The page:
When energy is added to pure silicon, in the form of heat for example, it can cause a few electrons to break free of their bonds and leave their atoms. A hole is left behind in each case. These electrons, called free carriers, then wander randomly around the crystalline lattice looking for another hole to fall into and carrying an electrical current. However, there are so few of them in pure silicon, that they aren't very useful.

But our impure silicon with phosphorous atoms mixed in is a different story. It takes a lot less energy to knock loose one of our "extra" phosphorous electrons because they aren't tied up in a bond with any neighboring atoms. As a result, most of these electrons do break free, and we have a lot more free carriers than we would have in pure silicon. The process of adding impurities on purpose is called doping, and when doped with phosphorous, the resulting silicon is called N-type ("n" for negative) because of the prevalence of free electrons. N-type doped silicon is a much better conductor than pure silicon.

The other part of a typical solar cell is doped with the element boron, which has only three electrons in its outer shell instead of four, to become P-type silicon. Instead of having free electrons, P-type ("p" for positive) has free openings and carries the opposite (positive) charge.

 

Anatomy of a Solar Cell

B­efore now, our two separate pieces of silicon were electrically neutral; the interesting part begins when you put them together. That's because without an electric field, the cell wouldn't work; the field forms when the N-type and P-type silicon come into contact. Suddenly, the free electrons on the N side see all the openings on the P side, and there's a mad rush to fill them. Do all the free electrons fill all the free holes? No. If they did, then the whole arrangement wouldn't be very useful. However, right at the junction, they do mix and form something of a barrier, making it harder and harder for electrons on the N side to cross over to the P side. Eventually, equilibrium is reached, and we have an electric field separating the two sides.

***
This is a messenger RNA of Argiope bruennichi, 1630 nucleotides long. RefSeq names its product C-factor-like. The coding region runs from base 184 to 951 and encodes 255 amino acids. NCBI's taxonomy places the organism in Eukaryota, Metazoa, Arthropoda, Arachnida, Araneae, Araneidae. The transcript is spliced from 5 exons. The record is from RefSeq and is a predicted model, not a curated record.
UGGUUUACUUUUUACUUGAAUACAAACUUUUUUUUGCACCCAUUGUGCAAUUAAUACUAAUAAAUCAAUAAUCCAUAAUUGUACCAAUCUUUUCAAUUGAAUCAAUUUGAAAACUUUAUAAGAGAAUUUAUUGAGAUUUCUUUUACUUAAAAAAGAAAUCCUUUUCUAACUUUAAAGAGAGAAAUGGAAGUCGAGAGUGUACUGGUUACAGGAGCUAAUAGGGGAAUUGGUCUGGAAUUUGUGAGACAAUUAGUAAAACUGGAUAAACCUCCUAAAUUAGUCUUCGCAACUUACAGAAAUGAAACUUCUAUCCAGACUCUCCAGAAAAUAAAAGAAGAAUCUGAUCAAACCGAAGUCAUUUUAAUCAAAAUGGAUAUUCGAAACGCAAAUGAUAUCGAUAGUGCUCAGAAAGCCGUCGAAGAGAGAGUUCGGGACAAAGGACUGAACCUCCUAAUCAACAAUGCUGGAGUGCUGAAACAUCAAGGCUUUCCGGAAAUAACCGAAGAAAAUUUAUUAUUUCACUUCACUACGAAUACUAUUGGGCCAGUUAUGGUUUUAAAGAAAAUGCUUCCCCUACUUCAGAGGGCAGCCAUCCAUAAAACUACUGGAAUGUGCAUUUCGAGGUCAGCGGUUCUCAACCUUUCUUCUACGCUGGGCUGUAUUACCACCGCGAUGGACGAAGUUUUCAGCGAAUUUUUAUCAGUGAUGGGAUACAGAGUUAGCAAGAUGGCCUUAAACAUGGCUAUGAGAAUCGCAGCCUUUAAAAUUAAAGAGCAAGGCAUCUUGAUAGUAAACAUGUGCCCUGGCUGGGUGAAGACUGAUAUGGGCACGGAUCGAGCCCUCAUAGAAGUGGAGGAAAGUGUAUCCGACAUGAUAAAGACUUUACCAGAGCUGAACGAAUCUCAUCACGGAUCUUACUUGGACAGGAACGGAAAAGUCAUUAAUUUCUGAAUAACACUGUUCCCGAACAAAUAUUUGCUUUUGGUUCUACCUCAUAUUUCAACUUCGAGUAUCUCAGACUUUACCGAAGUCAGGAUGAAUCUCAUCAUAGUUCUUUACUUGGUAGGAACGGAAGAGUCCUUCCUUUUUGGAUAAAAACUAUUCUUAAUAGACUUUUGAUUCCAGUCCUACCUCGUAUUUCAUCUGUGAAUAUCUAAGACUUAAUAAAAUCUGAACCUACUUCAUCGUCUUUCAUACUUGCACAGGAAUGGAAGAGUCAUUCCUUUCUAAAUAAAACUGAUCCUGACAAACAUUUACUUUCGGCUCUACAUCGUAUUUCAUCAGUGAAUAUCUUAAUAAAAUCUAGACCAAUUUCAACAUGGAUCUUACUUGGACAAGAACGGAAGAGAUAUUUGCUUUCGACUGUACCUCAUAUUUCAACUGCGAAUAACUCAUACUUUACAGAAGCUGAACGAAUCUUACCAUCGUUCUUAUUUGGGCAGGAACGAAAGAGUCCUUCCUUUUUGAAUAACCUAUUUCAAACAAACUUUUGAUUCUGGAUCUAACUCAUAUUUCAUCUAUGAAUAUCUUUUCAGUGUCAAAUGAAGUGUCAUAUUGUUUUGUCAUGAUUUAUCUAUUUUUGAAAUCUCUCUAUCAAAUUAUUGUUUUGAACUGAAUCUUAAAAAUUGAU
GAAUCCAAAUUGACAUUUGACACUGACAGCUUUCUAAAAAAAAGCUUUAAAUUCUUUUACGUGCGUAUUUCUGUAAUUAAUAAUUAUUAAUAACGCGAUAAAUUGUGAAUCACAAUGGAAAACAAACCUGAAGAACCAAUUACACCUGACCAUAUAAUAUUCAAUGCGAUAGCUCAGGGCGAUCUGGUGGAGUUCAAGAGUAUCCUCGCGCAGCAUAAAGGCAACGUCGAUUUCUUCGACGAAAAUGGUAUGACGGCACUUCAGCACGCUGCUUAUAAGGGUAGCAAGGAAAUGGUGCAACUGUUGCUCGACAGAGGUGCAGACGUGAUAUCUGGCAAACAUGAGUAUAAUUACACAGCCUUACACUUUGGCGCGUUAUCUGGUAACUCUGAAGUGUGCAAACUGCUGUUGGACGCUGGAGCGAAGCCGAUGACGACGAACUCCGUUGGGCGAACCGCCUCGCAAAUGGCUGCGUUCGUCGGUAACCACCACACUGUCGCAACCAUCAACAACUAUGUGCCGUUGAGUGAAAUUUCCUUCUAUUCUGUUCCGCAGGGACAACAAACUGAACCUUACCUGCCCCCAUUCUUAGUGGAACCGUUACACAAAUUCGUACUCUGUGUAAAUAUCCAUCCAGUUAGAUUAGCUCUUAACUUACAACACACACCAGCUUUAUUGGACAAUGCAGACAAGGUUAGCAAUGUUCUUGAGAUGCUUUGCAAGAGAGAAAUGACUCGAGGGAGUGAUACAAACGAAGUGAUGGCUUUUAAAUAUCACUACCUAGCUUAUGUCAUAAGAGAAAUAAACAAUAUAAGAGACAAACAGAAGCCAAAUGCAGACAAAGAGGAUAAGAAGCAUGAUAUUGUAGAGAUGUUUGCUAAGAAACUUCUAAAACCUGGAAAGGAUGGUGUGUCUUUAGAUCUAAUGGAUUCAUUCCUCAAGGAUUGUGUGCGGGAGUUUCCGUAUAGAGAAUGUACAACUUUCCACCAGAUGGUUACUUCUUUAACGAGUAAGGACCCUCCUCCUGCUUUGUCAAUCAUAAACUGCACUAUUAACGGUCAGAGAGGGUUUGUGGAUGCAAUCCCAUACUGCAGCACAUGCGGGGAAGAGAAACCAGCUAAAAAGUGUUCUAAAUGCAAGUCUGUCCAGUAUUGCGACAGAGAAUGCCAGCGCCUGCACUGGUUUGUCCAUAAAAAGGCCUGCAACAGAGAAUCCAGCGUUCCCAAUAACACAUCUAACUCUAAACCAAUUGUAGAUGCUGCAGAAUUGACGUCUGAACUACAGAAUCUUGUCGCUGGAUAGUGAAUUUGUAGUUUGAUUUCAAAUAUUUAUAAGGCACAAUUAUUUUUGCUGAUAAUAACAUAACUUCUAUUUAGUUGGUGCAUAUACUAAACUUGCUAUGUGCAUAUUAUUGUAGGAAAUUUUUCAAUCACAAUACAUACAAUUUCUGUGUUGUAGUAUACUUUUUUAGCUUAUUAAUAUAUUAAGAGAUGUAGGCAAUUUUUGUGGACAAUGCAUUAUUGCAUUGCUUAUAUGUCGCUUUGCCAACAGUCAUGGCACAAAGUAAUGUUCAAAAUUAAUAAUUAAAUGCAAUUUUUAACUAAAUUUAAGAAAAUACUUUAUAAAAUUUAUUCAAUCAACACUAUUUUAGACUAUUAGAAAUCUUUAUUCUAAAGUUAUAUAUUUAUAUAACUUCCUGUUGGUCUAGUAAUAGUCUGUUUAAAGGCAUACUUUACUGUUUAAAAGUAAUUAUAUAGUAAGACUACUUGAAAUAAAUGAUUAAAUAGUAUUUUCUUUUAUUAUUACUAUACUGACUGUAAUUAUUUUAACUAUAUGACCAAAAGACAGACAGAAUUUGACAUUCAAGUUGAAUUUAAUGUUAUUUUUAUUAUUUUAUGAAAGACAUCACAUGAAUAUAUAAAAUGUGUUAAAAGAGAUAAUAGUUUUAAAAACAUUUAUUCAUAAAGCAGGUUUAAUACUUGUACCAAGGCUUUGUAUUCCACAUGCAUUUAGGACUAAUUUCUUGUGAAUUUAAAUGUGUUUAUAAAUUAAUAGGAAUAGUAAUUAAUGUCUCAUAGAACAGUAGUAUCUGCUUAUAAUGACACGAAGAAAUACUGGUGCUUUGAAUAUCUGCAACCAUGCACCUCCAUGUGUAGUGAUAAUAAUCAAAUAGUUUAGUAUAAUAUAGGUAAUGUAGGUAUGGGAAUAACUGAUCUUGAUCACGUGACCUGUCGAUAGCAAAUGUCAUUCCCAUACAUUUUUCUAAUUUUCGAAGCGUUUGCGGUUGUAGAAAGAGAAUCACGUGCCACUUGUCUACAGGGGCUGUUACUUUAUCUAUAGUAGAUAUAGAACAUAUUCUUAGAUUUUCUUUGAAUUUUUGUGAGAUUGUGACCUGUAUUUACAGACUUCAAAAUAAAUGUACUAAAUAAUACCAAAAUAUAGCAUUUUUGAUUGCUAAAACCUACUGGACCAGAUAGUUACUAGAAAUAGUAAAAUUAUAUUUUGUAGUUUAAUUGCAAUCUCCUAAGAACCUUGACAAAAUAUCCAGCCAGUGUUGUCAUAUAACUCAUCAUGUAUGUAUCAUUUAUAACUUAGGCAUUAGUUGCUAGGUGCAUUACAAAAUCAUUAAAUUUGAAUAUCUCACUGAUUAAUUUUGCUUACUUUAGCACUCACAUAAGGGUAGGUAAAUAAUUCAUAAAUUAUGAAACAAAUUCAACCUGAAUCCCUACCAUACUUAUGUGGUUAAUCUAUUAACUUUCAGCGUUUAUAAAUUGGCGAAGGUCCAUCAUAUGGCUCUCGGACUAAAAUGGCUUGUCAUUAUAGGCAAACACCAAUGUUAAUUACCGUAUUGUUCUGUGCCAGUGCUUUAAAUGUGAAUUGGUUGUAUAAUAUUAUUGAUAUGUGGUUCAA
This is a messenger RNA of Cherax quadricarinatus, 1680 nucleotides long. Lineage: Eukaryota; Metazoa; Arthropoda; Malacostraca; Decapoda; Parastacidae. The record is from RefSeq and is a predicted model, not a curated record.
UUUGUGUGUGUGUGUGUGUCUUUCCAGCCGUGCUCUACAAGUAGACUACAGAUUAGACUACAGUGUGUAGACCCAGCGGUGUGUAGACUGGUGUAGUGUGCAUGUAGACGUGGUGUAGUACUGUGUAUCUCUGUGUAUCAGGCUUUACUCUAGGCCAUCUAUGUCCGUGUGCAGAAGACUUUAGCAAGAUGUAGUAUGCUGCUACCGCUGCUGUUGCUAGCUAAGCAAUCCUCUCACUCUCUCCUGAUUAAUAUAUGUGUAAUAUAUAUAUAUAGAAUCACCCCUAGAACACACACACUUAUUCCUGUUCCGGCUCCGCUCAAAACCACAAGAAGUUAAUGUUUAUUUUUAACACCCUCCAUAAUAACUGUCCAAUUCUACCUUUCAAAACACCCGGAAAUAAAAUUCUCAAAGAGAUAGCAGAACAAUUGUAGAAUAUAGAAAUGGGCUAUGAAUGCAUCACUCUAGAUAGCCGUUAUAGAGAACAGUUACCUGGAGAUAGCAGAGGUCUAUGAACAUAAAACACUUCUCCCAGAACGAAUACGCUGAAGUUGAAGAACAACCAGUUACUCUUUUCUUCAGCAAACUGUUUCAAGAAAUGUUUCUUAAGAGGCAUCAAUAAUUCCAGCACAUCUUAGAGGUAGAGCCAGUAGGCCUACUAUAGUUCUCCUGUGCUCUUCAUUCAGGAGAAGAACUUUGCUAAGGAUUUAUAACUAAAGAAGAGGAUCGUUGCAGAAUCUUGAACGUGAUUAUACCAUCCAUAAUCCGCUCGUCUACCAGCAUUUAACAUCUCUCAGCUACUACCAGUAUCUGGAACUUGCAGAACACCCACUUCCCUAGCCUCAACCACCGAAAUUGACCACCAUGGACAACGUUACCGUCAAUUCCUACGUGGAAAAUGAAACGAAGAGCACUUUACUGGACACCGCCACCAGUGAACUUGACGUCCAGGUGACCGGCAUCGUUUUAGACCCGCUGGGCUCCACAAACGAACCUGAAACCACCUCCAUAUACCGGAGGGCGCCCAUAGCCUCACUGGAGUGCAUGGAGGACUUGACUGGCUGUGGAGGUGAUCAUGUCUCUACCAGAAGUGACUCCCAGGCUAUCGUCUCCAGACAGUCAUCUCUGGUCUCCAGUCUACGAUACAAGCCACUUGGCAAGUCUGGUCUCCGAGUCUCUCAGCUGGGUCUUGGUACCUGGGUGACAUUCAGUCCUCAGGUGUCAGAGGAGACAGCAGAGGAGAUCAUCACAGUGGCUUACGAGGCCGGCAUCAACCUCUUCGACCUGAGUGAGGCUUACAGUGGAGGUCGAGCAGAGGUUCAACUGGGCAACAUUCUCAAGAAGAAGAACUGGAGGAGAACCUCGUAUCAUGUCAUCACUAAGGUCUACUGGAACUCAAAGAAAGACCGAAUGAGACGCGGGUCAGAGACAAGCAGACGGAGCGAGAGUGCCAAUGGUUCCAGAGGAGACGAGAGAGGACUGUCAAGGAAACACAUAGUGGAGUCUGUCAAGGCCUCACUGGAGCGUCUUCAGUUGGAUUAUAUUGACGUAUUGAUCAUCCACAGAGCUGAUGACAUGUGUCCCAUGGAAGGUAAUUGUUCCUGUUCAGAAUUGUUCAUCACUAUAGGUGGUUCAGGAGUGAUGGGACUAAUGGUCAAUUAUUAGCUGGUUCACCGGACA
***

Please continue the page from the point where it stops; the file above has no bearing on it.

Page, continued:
This electric field acts as a diode, allowing (and even pushing) electrons to flow from the P side to the N side, but not the other way around. It's like a hill -- electrons can easily go down the hill (to the N side), but can't climb it (to the P side).

When light, in the form of photons, hits our solar cell, its energy breaks apart electron-hole pairs. Each photon with enough energy will normally free exactly one electron, resulting in a free hole as well. If this happens close enough to the electric field, or if free electron and free hole happen to wander into its range of influence, the field will send the electron to the N side and the hole to the P side. This causes further disruption of electrical neutrality, and if we provide an external current path, electrons will flow through the path to the P side to unite with holes that the electric field sent there, doing work for us alo­ng the way. The electron flow provides the current, and the cell's electric field causes a voltage. With both current and voltage, we have power, which is the product of the two.

There are a few more components left before we can really use our cell. Silicon happens to be a very shiny material, which can send photons bouncing away before they've done their job, so

an antireflective coating is applied to reduce those losses. The final step is to install something that will protect the cell from the elements -- often a glass cover plate. PV modules are generally made by connecting several individual cells together to achieve useful levels of voltage and current, and putting them in a sturdy frame complete with positive and negative terminals.

How much sunlight energy does our PV cell absorb? Unfortunately, probably not an awful lot. In 2006, for example, most solar panels only reached efficiency levels of about 12 to 18 percent. The most cutting-edge solar panel system that year finally muscled its way over the industry's long-standing 40 percent barrier in solar efficiency -- achieving 40.7 percent [source: U.S. Department of Energy]. So why is it such a challenge to make the most of a sunny day?

 

 

 

Energy Loss in a Solar Cell

Visible light is only part of the electromagnetic spectrum. Electromagnetic rad­iation is not monochromatic -- it's made up of a range of different wavelengths, and therefore energy levels. (See How Light Works for a good discussion of the electromagnetic spectrum.)